This demonstrates the level of self-awareness and self-compassion that Bolz-Weber has achieved through her ministry. Her ability to recognize specific aspects of herself that may not fit in with social norms provides her with unambiguous evidence to her frailty as a human being, which we must all strive to identify. These weaknesses are not inherently bad, as she implies above, but part of our intrinsic “selves”, and we must recognize them in order to foster our compassion.

Earlier in the discussion, Bolz-Weber responded to the quote “Love the sinner, hate the sin” in reference to gay men and women. Her response: total bullshit. She described her experience with a website called “The Nines” which is a collection of videos in which pastors speak about their views on a variety of issues. Bolz-Weber was frustrated with the “heroic inclusiveness” of certain speakers that peripherally accepted gays. She made a video giving her gay church members an opportunity to speak about their personal connection to the church. Bolz-Weber’s summary of the experience was this:

Sex does not equal humanity. We are whole people, but we seem to want to submit to a purity code. There is only us – we are the church.

Though the talk did not concentrate on her writing, Bolz-Weber did describe the experience of using an extended reference in her recent work. She used a story from John 3:20, in which Mary Magdalene mistakes Jesus for a gardener. Using an extended reference such as this has inspired me to seek opportunities to use metaphorical narratives to provide a foundation for my writing. I have always been fascinated by how mythology has served as the skeleton for many famous works, and serves to inform the reader of an underlying meaning and how it connects to the actual topic.

Bolz-Weber spent a meaningful afternoon at Lenoir-Rhyne. From what I have heard from friends, her evening talk was even more stimulating. I look forward to reading her works more extensively in the future.

Hedgehog: A Call to Engage

The Irish poet Paul Muldoon was scheduled to speak as part of the Lenoir-Rhyne Visiting Writer Series, but due to the winter weather was not able to attend. In the meantime, I have read an illustrative poem of his titled Hedgehog, from Muldoon’s collection Poems 1968-1998. The metaphor of the “secretive” hedgehog is slowly revealing itself to me, but resonates with me.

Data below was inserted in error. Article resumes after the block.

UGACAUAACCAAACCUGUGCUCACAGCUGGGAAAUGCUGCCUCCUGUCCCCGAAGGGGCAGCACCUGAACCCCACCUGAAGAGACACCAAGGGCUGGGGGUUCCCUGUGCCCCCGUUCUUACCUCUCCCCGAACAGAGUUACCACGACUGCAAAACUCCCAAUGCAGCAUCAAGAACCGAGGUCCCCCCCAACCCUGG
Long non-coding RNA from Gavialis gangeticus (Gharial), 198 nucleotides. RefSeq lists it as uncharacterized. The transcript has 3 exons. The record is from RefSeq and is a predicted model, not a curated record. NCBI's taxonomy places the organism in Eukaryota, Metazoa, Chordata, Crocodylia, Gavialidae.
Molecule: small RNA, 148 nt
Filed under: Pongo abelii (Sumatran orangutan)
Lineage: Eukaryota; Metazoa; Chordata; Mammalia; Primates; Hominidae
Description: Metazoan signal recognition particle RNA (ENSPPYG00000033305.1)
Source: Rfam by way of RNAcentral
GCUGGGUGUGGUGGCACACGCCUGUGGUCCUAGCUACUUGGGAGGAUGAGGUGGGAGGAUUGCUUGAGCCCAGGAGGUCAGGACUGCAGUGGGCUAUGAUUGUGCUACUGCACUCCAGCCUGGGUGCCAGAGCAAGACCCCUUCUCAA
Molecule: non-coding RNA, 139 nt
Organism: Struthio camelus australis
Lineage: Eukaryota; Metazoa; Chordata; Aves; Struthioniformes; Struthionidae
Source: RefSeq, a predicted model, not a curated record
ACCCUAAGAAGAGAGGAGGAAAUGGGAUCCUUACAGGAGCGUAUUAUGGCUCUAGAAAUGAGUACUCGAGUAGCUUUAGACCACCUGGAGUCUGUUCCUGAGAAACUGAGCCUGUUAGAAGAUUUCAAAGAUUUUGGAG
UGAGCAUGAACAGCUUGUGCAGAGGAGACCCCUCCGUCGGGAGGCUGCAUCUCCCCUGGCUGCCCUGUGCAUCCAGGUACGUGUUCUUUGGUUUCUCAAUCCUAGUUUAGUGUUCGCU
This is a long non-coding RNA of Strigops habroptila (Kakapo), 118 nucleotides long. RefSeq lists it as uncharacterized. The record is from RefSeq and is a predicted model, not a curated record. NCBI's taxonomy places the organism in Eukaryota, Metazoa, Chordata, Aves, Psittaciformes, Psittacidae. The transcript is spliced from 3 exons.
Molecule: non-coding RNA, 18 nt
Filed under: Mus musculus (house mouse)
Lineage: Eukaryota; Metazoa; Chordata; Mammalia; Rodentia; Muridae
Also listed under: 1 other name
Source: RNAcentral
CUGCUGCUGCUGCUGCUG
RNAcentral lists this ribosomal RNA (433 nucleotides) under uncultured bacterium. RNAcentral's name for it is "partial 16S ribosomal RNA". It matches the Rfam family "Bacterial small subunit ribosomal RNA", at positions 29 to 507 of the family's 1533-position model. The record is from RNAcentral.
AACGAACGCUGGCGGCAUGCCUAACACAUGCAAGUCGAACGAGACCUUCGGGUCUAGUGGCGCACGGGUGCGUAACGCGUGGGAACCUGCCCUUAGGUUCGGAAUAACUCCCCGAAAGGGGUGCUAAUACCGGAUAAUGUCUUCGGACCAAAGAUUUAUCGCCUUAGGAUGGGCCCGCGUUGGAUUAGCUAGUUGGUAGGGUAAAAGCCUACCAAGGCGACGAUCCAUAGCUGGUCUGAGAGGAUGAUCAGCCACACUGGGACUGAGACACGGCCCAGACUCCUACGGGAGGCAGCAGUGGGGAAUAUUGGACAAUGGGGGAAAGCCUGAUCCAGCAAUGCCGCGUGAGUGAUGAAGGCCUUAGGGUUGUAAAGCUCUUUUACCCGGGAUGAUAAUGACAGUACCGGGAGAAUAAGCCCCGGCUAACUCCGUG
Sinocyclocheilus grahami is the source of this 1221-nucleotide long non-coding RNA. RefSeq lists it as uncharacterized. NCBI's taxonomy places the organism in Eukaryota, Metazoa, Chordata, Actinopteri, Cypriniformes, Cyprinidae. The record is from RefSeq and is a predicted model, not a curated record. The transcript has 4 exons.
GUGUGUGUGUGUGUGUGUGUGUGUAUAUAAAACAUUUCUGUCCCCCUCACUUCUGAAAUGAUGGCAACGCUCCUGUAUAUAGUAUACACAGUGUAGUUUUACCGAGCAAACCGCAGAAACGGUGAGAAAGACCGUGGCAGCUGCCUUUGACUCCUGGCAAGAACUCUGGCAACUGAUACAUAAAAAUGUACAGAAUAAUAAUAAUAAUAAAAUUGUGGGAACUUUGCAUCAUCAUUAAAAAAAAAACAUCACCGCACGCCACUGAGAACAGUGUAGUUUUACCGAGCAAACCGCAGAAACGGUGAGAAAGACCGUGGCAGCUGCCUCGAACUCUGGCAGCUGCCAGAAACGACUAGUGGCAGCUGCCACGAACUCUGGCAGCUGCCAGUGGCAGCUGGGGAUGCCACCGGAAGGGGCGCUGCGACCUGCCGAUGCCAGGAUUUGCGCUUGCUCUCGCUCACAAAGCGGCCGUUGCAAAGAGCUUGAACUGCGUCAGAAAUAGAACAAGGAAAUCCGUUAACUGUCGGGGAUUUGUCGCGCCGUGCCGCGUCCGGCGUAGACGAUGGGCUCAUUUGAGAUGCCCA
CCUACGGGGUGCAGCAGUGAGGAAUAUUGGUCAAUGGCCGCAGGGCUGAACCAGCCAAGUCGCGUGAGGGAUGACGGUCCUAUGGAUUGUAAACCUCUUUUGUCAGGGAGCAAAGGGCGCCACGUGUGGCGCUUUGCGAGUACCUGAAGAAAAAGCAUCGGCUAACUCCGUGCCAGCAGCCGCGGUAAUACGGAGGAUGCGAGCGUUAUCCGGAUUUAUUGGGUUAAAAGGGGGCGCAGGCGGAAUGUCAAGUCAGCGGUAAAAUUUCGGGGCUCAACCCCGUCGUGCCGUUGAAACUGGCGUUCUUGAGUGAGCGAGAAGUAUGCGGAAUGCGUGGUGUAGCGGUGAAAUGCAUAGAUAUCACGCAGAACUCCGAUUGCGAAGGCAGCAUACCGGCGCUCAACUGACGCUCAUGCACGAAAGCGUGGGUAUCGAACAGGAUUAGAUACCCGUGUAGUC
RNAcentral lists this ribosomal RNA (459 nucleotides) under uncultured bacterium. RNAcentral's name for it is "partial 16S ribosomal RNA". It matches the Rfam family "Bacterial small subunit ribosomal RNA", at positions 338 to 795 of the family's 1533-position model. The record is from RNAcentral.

The poem compares (and contrasts) two seemingly unrelated creatures, the snail and the hedgehog. The only common characteristic linking them is their ability to retreat within themselves (due to predatory stimulation). The differences, therein, stem from the reaction of the two creatures when the threat has passed – the snail, fearlessly, comes out of his shell, but the hedgehog does not. Muldoon describes this by writing that the “hedgehog gives nothing//Away, keeping itself to itself” (lines 13-14), despite the coaxing of the snail.

This provoked images of the “Savage” John in the novel Brave New World (Aldous Huxley, 1932), who retreats to a lighthouse on the outskirts of the utopian civilization, fearing the approach of the civilized world. There is a sense of sitting behind a twice locked door in Muldoon’s stanzas – as if the hedgehog cannot hear the snail, or is so petrified that he cannot respond. We do not know why the hedgehog cannot respond, but can only assume that there is an impediment to his engagement with the snail.

Muldoon likens the hedgehog to Christ in the final stanza: “We forget the god//under his crown of thorns” (lines 17-18). This choice of imagery may explain the hedgehog’s “impediment”. There is a perception that he has born a heavy burden, and cannot give any more. Perhaps the hedgehog feels under-appreciated or unloved. Perhaps he feels guilt (snails are a staple of the hedgehog’s diet). Paul Muldoon’s language creates ambiguity toward the hedgehog’s motive. This is a metaphor for human interaction (I would presuppose), and serves to define how disengagement is essentially keeping secrets from those around us, even though they would enjoy for us to confide in them.